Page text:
And that’s the paradox.  The play manages to get at the realities behind the business of staging fake worlds, and it does it with a battery of a more or less stock characters, including that stereotypical “stage Irishman,” the irascible drunk.  Among the characters, then, there’s little you haven’t seen before, but, on the other hand, that very familiarity helps rope us in.  What Jones has in mind is the idea that the only way to intrude reality into predictable Hollywood fare is to focus on “the extras.”  And it’s the perspective of the extras that keeps things real.

Charlie, you see, has a script he wants to have made into a film, but, due to a tragic event that occurs during the making of  the film he's an extra for (Quiet Valley), he decides to shift the focus to a local lad brutalized by insensitive professionals and humiliated in his own town pub.  The scene in which the director tells the novices why Hollywood would never be interested in such a tale (“People don’t go to the movies to get depressed. That’s what the theatre’s for.”) puts the proper critical emphasis on the play we’re watching.  A suicide—drowned with stones in his pockets—is the basis of Charlie’s script.  And that script is our play, which is why it’s left to our two extras to enact the entire show.  Only Charlie and Jake belong to both worlds, so only they can act out the mannerisms of both.  And only a play with a limited cast, it seems, can afford to tell the truth.

Along the way, the fun is in the caricatures Morton and Arsenault put on and off as fast as gold can sheen, and in stage business, such as miming and a “Lord of the Dance” routine from out of nowhere, and in the clash of worlds and accents and expectations—and in an absurdist use of cows.  Arsenault and Morton are wonders of timing and mugging and swishing and falling about the place, and there’s great pleasure in watching them, at play’s end, take bows as each character.  The production also runs its credits on the big screen, and it’s fun to see the production crew and the Rep staff scroll by like names in a Big Budget Production.

Stones in His Pockets ribs the Film Industry as a Land of Cockaigne for otherwise strapped people, able to be bought as background authenticity for a world of fake emotions, fake nostalgia, fake laughs.  And the play mainly has sport with that—until something real happens.  At that point, the interest is in seeing which characters will cease to simply “play as cast” and which will cast the first stone.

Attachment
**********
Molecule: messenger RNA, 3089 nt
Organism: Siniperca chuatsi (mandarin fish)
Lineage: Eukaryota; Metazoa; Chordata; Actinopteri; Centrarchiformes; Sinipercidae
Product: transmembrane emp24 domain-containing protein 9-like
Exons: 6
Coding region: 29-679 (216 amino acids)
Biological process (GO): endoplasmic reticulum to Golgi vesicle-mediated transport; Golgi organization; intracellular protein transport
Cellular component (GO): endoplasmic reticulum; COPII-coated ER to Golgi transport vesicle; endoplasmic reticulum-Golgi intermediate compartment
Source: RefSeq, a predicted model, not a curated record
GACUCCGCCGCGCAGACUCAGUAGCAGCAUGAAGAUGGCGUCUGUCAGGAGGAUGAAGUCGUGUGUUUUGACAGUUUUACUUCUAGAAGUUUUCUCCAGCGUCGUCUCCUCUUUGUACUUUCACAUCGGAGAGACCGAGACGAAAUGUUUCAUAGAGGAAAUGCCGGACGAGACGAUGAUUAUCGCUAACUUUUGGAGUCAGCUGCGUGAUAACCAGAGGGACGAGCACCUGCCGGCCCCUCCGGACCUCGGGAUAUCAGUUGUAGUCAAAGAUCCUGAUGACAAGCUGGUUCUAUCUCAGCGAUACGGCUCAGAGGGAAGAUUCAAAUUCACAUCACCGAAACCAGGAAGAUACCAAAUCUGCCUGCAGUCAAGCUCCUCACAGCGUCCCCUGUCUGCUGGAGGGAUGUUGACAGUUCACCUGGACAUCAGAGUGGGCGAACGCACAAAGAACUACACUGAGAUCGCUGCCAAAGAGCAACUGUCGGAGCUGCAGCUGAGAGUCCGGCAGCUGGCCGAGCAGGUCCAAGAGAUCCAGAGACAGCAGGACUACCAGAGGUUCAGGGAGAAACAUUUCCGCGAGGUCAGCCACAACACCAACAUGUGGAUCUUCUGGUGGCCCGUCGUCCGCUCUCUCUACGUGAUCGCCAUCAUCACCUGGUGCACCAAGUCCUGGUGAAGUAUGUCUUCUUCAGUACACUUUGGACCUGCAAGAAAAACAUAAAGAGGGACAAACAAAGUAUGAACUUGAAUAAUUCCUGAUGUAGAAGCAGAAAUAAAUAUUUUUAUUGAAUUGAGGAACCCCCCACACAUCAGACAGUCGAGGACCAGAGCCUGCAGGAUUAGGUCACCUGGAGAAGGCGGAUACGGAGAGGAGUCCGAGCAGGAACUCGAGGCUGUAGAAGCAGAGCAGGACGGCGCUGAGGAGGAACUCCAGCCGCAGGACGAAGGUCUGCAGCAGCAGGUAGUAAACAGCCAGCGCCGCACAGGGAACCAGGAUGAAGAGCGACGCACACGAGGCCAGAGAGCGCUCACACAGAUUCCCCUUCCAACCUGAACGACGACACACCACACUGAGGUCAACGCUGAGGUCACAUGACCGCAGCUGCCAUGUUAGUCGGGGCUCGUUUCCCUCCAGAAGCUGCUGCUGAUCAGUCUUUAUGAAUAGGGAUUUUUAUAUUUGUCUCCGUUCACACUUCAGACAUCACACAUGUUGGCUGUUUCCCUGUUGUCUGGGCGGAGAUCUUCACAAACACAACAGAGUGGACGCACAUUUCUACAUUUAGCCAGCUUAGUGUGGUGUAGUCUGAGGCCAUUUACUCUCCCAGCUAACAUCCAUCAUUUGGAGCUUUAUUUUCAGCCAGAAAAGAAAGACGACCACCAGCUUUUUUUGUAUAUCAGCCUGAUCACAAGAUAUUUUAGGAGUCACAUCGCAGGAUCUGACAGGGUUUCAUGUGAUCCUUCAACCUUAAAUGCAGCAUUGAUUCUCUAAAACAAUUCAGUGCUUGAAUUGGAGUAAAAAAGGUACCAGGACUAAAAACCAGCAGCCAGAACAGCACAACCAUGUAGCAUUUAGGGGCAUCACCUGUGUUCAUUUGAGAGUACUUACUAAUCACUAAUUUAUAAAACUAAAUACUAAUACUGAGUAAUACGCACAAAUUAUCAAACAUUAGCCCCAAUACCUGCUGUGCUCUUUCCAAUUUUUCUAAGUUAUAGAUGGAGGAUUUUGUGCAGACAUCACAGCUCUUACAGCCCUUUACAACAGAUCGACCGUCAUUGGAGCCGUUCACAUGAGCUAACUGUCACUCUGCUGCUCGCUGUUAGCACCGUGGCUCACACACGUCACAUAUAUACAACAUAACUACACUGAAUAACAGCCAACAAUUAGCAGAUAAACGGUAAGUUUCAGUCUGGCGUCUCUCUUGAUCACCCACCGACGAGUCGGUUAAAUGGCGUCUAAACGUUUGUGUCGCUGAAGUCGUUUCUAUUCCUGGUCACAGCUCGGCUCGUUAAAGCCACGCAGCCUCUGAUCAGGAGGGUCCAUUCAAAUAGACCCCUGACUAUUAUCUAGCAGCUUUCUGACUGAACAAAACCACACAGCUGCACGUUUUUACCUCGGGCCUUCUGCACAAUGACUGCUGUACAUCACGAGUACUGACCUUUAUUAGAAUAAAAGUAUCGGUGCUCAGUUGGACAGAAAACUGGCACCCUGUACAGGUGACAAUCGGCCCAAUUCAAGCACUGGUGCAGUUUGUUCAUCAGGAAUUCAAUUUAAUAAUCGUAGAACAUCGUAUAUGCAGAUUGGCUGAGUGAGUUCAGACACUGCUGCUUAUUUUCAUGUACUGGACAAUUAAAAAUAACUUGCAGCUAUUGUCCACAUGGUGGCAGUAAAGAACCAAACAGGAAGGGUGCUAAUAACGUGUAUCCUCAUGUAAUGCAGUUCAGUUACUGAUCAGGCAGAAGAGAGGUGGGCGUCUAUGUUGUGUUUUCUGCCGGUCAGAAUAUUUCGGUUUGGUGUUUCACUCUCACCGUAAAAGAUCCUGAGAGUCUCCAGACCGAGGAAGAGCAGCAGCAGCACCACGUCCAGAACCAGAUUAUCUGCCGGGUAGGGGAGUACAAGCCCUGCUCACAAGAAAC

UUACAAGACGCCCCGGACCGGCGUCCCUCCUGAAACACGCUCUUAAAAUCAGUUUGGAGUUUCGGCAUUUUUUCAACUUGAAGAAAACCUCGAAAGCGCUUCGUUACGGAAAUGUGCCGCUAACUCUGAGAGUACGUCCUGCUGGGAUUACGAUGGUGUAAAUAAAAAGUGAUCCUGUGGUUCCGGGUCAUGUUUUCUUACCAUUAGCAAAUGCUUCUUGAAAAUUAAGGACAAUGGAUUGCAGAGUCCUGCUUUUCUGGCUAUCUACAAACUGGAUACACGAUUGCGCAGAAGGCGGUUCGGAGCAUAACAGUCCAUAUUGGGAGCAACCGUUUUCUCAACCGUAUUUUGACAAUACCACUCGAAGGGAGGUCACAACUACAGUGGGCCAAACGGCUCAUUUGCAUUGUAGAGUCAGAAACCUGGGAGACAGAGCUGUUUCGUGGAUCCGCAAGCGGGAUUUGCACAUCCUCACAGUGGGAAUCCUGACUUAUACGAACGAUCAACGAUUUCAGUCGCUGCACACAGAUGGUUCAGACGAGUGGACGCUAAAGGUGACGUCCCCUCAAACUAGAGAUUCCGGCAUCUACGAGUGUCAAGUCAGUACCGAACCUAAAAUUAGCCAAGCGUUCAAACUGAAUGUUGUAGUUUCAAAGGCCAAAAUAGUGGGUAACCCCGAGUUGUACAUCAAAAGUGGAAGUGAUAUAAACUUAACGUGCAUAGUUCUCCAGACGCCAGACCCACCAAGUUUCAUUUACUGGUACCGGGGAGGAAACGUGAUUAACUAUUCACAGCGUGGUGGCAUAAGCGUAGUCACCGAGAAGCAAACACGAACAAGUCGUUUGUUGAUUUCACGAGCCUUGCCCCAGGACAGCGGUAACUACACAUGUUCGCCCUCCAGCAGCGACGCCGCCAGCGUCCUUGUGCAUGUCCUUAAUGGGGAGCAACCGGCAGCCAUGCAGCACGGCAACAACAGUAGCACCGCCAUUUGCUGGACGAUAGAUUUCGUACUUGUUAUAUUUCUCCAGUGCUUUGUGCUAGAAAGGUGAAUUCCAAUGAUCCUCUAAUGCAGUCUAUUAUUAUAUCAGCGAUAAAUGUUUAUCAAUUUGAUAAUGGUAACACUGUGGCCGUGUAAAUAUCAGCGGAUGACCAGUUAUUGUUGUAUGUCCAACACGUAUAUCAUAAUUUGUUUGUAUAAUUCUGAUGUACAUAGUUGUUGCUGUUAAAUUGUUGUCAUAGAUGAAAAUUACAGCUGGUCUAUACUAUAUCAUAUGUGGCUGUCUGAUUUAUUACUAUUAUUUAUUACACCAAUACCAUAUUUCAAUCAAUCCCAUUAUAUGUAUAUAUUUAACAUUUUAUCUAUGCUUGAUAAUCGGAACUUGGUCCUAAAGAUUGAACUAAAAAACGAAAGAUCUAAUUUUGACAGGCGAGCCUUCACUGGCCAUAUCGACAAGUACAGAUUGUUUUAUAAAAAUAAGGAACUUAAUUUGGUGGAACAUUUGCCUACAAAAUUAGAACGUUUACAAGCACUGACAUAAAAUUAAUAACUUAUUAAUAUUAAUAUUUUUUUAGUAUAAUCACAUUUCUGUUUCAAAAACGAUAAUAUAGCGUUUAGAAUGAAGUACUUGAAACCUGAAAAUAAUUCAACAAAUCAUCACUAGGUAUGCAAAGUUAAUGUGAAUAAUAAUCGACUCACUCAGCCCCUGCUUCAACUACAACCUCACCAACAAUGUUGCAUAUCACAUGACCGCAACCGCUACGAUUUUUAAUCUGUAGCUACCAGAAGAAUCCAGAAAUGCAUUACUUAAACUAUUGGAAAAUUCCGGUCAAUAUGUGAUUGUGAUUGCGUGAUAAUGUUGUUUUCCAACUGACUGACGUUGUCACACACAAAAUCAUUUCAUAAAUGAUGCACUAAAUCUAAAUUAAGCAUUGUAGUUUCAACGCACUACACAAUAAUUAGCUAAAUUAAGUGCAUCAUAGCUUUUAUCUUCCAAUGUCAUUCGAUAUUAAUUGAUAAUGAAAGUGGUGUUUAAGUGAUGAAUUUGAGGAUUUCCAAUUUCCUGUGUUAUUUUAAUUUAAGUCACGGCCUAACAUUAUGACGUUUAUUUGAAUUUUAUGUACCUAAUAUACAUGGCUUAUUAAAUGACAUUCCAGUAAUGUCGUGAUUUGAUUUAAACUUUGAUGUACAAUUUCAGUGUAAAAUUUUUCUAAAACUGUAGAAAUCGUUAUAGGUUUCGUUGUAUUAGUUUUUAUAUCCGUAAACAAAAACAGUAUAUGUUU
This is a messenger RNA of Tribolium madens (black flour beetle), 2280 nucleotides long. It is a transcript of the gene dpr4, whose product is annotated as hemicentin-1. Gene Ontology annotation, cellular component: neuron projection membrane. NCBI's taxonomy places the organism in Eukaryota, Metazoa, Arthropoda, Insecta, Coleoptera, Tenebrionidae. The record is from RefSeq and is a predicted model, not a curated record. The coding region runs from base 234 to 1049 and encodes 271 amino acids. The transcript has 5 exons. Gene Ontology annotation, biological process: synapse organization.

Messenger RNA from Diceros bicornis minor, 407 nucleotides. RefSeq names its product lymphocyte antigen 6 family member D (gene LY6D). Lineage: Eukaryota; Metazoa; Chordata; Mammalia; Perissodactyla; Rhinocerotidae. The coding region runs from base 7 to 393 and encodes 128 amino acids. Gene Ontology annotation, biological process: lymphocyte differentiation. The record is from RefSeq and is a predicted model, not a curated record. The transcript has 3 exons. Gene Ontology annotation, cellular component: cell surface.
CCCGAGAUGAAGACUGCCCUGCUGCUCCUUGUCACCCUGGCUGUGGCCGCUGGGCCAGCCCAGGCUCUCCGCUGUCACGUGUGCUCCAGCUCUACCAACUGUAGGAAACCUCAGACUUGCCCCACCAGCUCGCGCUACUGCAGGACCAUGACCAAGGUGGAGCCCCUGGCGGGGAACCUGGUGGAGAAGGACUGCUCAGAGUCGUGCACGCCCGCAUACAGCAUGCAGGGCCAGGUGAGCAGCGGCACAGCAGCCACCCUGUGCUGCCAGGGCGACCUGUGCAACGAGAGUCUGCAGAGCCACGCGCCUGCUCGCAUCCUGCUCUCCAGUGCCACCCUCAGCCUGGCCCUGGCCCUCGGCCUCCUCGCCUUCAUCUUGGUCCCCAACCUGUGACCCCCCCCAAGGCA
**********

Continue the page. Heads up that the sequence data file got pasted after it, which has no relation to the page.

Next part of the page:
Stones in His Pockets By Marie Jones Directed by Evan Yionoulis

Scenic and Projection Designer: Edward T. Morris; Costume Designer: Nikki Delhomme; Lighting Designer: Solomon Weisbard; Sound Designer: Matt Otto; Production Dramaturg: Sarah Krasnow; Dialect Coach: Stephen Gabis; Casting Director: Tara Rubin Casting; Stage Manager: Nicole Marconi

Photos by Joan Marcus, courtesy of Yale Repertory Theatre

Yale Repertory Theatre January 25-February 16, 2013

A Masterful "Master Builder"

The Master Builder at The Yale Rep Henrik Ibsen’s dramas are classics of the theater, and his best-known plays lay bare the stultifying social mores of the late 19th century: A Doll’s House, Ghosts, Hedda Gabler.  The later Ibsen, while still based in the naturalism of his main period, moves toward drama that is more symbolic, perhaps even allegorical -- dramas where the astute student of theater might see possibilities opening up for a new age of stagecraft.

The Yale Repertory’s production of The Master Builder is gloriously evocative of the fresh face of contemporary theater.  If the name of Ibsen brings to mind over-stuffed drawing-rooms with imperious stage-directions where neurasthentic types pine with Norwegian yearning, banish those thoughts at once.  The set design by Timothy Brown is wide open, expressionistic -- the characters stand on a stage that seems to be the side of a house climbing into the heavens upstage -- and allows the actors to make full use of space as they ricochet off one another in an urgent ballet of feeling.

Given the theme of the rapturous climb to great heights -- both literal and figurative -- in the play, the set alerts us at once to the possibility for soaring above the quotidian that master builder Halvard Solness finds in Hilda Wangel, a young visitor from his past.  Swept off her feet as a girl of thirteen when the mighty master builder climbed to the top of a high tower he designed to plant a victory wreath, she also insists he kissed her ‘many times’ when he found her alone later, and claimed he would come carry her off ‘like a troll’ to a kingdom in ten years’ time.  The ten years are up, and Hilda wants her kingdom.